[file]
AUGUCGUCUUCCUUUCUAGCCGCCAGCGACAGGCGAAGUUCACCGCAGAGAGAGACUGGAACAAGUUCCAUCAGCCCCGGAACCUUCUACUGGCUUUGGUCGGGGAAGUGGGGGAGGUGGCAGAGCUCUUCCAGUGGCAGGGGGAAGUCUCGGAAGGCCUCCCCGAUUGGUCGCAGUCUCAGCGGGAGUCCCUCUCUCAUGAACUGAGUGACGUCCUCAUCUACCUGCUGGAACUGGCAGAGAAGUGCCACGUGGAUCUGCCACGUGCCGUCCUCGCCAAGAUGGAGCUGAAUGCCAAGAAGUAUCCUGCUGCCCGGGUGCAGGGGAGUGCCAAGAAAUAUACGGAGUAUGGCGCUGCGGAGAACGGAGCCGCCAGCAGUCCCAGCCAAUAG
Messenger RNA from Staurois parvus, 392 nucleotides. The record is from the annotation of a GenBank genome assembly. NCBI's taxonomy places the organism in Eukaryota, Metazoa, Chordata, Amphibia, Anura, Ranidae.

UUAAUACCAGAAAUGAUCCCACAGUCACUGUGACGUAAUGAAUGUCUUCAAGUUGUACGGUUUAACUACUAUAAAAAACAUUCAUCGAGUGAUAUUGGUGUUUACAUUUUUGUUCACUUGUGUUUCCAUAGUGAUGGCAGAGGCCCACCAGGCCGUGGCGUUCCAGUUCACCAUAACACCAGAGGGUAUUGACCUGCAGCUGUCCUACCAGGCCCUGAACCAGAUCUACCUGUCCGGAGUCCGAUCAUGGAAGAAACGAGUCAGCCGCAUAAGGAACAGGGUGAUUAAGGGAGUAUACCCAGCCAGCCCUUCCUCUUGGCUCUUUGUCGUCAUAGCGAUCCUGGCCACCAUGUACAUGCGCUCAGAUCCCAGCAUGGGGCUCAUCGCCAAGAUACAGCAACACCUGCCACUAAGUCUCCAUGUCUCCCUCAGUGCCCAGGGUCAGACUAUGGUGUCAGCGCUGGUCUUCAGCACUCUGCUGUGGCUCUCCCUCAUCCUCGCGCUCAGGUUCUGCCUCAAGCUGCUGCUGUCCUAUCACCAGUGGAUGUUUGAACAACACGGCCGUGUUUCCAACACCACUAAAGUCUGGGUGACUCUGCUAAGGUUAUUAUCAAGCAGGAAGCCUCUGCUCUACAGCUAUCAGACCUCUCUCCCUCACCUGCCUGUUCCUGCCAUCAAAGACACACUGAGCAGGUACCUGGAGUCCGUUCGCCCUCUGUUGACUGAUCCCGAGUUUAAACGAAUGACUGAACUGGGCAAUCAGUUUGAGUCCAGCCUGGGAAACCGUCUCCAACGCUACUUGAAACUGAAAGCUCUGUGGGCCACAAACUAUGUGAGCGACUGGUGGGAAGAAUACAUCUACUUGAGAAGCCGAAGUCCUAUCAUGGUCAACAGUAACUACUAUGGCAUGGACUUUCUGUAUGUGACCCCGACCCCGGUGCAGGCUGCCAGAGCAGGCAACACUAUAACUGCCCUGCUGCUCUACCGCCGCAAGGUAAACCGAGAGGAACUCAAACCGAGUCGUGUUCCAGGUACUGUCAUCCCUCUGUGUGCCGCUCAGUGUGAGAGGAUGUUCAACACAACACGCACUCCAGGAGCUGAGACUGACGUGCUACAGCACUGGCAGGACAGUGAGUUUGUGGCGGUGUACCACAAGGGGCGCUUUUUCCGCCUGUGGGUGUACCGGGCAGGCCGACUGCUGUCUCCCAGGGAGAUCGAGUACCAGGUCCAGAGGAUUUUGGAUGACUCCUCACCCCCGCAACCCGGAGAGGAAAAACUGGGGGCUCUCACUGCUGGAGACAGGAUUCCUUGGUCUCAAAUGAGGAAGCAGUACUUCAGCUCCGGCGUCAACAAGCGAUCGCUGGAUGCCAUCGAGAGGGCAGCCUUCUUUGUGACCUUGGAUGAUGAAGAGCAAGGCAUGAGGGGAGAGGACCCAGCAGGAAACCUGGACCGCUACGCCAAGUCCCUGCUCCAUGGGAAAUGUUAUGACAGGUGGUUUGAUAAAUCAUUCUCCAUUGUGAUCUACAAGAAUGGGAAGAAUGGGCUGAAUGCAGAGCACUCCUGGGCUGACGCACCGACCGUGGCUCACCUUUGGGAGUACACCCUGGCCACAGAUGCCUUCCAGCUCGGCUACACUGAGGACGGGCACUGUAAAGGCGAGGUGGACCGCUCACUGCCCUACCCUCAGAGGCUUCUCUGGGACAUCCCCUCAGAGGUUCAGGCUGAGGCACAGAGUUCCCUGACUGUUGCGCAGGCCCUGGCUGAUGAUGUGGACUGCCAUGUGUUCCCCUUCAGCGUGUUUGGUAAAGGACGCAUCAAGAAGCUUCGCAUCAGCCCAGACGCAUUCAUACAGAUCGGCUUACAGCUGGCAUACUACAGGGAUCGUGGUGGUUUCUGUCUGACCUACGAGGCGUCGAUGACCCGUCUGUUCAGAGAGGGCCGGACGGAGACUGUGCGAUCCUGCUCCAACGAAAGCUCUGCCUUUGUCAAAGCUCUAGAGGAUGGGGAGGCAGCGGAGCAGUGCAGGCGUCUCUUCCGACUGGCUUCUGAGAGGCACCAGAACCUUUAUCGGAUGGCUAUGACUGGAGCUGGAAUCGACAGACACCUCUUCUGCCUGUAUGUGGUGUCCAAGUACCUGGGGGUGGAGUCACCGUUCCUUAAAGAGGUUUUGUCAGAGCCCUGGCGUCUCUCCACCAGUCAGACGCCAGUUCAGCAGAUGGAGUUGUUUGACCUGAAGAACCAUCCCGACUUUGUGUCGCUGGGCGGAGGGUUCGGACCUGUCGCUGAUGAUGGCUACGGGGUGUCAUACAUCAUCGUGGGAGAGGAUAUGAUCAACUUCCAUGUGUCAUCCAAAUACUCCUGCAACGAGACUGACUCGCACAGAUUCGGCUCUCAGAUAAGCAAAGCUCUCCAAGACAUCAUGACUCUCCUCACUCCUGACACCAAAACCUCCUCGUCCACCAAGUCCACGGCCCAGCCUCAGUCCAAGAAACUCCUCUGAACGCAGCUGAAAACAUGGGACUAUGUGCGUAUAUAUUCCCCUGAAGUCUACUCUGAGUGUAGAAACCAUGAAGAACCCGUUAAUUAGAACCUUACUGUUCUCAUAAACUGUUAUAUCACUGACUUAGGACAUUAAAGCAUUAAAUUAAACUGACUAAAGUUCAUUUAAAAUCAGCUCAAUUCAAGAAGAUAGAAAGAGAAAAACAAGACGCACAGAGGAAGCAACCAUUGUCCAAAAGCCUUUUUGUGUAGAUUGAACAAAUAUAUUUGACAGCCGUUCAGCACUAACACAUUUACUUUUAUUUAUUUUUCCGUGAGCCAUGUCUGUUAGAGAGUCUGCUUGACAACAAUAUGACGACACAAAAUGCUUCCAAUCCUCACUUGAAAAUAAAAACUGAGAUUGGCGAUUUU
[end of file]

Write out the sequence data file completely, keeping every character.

AUGUCGUCUUCCUUUCUAGCCGCCAGCGACAGGCGAAGUUCACCGCAGAGAGAGACUGGAACAAGUUCCAUCAGCCCCGGAACCUUCUACUGGCUUUGGUCGGGGAAGUGGGGGAGGUGGCAGAGCUCUUCCAGUGGCAGGGGGAAGUCUCGGAAGGCCUCCCCGAUUGGUCGCAGUCUCAGCGGGAGUCCCUCUCUCAUGAACUGAGUGACGUCCUCAUCUACCUGCUGGAACUGGCAGAGAAGUGCCACGUGGAUCUGCCACGUGCCGUCCUCGCCAAGAUGGAGCUGAAUGCCAAGAAGUAUCCUGCUGCCCGGGUGCAGGGGAGUGCCAAGAAAUAUACGGAGUAUGGCGCUGCGGAGAACGGAGCCGCCAGCAGUCCCAGCCAAUAG
Messenger RNA from Staurois parvus, 392 nucleotides. The record is from the annotation of a GenBank genome assembly. NCBI's taxonomy places the organism in Eukaryota, Metazoa, Chordata, Amphibia, Anura, Ranidae.

UUAAUACCAGAAAUGAUCCCACAGUCACUGUGACGUAAUGAAUGUCUUCAAGUUGUACGGUUUAACUACUAUAAAAAACAUUCAUCGAGUGAUAUUGGUGUUUACAUUUUUGUUCACUUGUGUUUCCAUAGUGAUGGCAGAGGCCCACCAGGCCGUGGCGUUCCAGUUCACCAUAACACCAGAGGGUAUUGACCUGCAGCUGUCCUACCAGGCCCUGAACCAGAUCUACCUGUCCGGAGUCCGAUCAUGGAAGAAACGAGUCAGCCGCAUAAGGAACAGGGUGAUUAAGGGAGUAUACCCAGCCAGCCCUUCCUCUUGGCUCUUUGUCGUCAUAGCGAUCCUGGCCACCAUGUACAUGCGCUCAGAUCCCAGCAUGGGGCUCAUCGCCAAGAUACAGCAACACCUGCCACUAAGUCUCCAUGUCUCCCUCAGUGCCCAGGGUCAGACUAUGGUGUCAGCGCUGGUCUUCAGCACUCUGCUGUGGCUCUCCCUCAUCCUCGCGCUCAGGUUCUGCCUCAAGCUGCUGCUGUCCUAUCACCAGUGGAUGUUUGAACAACACGGCCGUGUUUCCAACACCACUAAAGUCUGGGUGACUCUGCUAAGGUUAUUAUCAAGCAGGAAGCCUCUGCUCUACAGCUAUCAGACCUCUCUCCCUCACCUGCCUGUUCCUGCCAUCAAAGACACACUGAGCAGGUACCUGGAGUCCGUUCGCCCUCUGUUGACUGAUCCCGAGUUUAAACGAAUGACUGAACUGGGCAAUCAGUUUGAGUCCAGCCUGGGAAACCGUCUCCAACGCUACUUGAAACUGAAAGCUCUGUGGGCCACAAACUAUGUGAGCGACUGGUGGGAAGAAUACAUCUACUUGAGAAGCCGAAGUCCUAUCAUGGUCAACAGUAACUACUAUGGCAUGGACUUUCUGUAUGUGACCCCGACCCCGGUGCAGGCUGCCAGAGCAGGCAACACUAUAACUGCCCUGCUGCUCUACCGCCGCAAGGUAAACCGAGAGGAACUCAAACCGAGUCGUGUUCCAGGUACUGUCAUCCCUCUGUGUGCCGCUCAGUGUGAGAGGAUGUUCAACACAACACGCACUCCAGGAGCUGAGACUGACGUGCUACAGCACUGGCAGGACAGUGAGUUUGUGGCGGUGUACCACAAGGGGCGCUUUUUCCGCCUGUGGGUGUACCGGGCAGGCCGACUGCUGUCUCCCAGGGAGAUCGAGUACCAGGUCCAGAGGAUUUUGGAUGACUCCUCACCCCCGCAACCCGGAGAGGAAAAACUGGGGGCUCUCACUGCUGGAGACAGGAUUCCUUGGUCUCAAAUGAGGAAGCAGUACUUCAGCUCCGGCGUCAACAAGCGAUCGCUGGAUGCCAUCGAGAGGGCAGCCUUCUUUGUGACCUUGGAUGAUGAAGAGCAAGGCAUGAGGGGAGAGGACCCAGCAGGAAACCUGGACCGCUACGCCAAGUCCCUGCUCCAUGGGAAAUGUUAUGACAGGUGGUUUGAUAAAUCAUUCUCCAUUGUGAUCUACAAGAAUGGGAAGAAUGGGCUGAAUGCAGAGCACUCCUGGGCUGACGCACCGACCGUGGCUCACCUUUGGGAGUACACCCUGGCCACAGAUGCCUUCCAGCUCGGCUACACUGAGGACGGGCACUGUAAAGGCGAGGUGGACCGCUCACUGCCCUACCCUCAGAGGCUUCUCUGGGACAUCCCCUCAGAGGUUCAGGCUGAGGCACAGAGUUCCCUGACUGUUGCGCAGGCCCUGGCUGAUGAUGUGGACUGCCAUGUGUUCCCCUUCAGCGUGUUUGGUAAAGGACGCAUCAAGAAGCUUCGCAUCAGCCCAGACGCAUUCAUACAGAUCGGCUUACAGCUGGCAUACUACAGGGAUCGUGGUGGUUUCUGUCUGACCUACGAGGCGUCGAUGACCCGUCUGUUCAGAGAGGGCCGGACGGAGACUGUGCGAUCCUGCUCCAACGAAAGCUCUGCCUUUGUCAAAGCUCUAGAGGAUGGGGAGGCAGCGGAGCAGUGCAGGCGUCUCUUCCGACUGGCUUCUGAGAGGCACCAGAACCUUUAUCGGAUGGCUAUGACUGGAGCUGGAAUCGACAGACACCUCUUCUGCCUGUAUGUGGUGUCCAAGUACCUGGGGGUGGAGUCACCGUUCCUUAAAGAGGUUUUGUCAGAGCCCUGGCGUCUCUCCACCAGUCAGACGCCAGUUCAGCAGAUGGAGUUGUUUGACCUGAAGAACCAUCCCGACUUUGUGUCGCUGGGCGGAGGGUUCGGACCUGUCGCUGAUGAUGGCUACGGGGUGUCAUACAUCAUCGUGGGAGAGGAUAUGAUCAACUUCCAUGUGUCAUCCAAAUACUCCUGCAACGAGACUGACUCGCACAGAUUCGGCUCUCAGAUAAGCAAAGCUCUCCAAGACAUCAUGACUCUCCUCACUCCUGACACCAAAACCUCCUCGUCCACCAAGUCCACGGCCCAGCCUCAGUCCAAGAAACUCCUCUGAACGCAGCUGAAAACAUGGGACUAUGUGCGUAUAUAUUCCCCUGAAGUCUACUCUGAGUGUAGAAACCAUGAAGAACCCGUUAAUUAGAACCUUACUGUUCUCAUAAACUGUUAUAUCACUGACUUAGGACAUUAAAGCAUUAAAUUAAACUGACUAAAGUUCAUUUAAAAUCAGCUCAAUUCAAGAAGAUAGAAAGAGAAAAACAAGACGCACAGAGGAAGCAACCAUUGUCCAAAAGCCUUUUUGUGUAGAUUGAACAAAUAUAUUUGACAGCCGUUCAGCACUAACACAUUUACUUUUAUUUAUUUUUCCGUGAGCCAUGUCUGUUAGAGAGUCUGCUUGACAACAAUAUGACGACACAAAAUGCUUCCAAUCCUCACUUGAAAAUAAAAACUGAGAUUGGCGAUUUU